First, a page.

DESPITE some getting support from the United Nations Security Council for a full and frank investigation into the shooting down of MH17, it could still be weeks before the bodies of 38 Australians are returned.
Prime Minister Tony Abbott told reporters in Canberra on Tuesday he was increasingly optimistic an investigation team will be given access to the crash site in eastern Ukraine soon.
His optimism follows Foreign Minister Julia Bishop securing the UNSC backing for an international investigation to be completed, and Russian President Vladimir Putin's promise to provide unfettered access.
The investigation was also given a further boost on Tuesday when Russia-linked rebel forces allowed a train carrying 280 of the bodies through, with the train expected to arrive in Koskov, a town controlled by the Ukraine Government.
An Australian C-17 Hercules is on the way to the Netherlands with forensic experts and Australian Federal Police on board to help pick up bodies from Koskov and deliver them to the Dutch nation for identification.
Mr Abbott also confirmed on Tuesday that Australian authorities had begun taking DNA samples from the families of some of the victims to help identify remains before they are returned.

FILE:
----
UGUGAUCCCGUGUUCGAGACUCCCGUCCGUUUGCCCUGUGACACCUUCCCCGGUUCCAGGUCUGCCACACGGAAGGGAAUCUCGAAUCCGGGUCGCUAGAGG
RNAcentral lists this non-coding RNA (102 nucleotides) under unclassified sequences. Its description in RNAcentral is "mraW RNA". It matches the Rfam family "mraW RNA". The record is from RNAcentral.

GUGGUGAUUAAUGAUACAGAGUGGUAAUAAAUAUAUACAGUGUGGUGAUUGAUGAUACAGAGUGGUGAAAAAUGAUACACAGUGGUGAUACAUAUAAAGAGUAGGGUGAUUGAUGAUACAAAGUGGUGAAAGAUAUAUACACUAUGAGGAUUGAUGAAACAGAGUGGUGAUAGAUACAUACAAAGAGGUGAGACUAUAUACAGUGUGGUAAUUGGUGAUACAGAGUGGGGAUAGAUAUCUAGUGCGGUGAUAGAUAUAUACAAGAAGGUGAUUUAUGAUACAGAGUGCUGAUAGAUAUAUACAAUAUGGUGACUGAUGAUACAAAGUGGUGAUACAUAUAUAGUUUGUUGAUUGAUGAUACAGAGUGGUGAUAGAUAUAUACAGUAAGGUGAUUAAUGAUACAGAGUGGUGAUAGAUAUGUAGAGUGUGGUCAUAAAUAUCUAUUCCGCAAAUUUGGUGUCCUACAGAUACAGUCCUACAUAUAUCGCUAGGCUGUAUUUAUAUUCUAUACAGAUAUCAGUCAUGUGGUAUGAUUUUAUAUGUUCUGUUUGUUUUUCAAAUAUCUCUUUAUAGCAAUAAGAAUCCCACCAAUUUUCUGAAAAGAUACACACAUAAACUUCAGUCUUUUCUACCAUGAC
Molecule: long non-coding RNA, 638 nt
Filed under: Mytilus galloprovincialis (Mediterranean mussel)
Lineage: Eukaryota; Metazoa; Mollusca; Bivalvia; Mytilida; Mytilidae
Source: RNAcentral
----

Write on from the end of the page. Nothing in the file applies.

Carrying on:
However, it remains to be seen how and when an investigation proper can begin, after Mr Abbott labelled interference in the crash site "evidence tampering on an industrial scale".
He said there was evidence heavy equipment had been entering the crash site area, as well as unidentified people interfering with remains and debris littered across the area.
Mr Abbott also said he was still waiting on legal advice as to whether to declare the shooting down of MH17 as a terrorist act, triggering potential funding for families of victims killed.
But he said the government would be "erring on the side of generosity" when it came to offering the families of victims monetary compensation for their loss.
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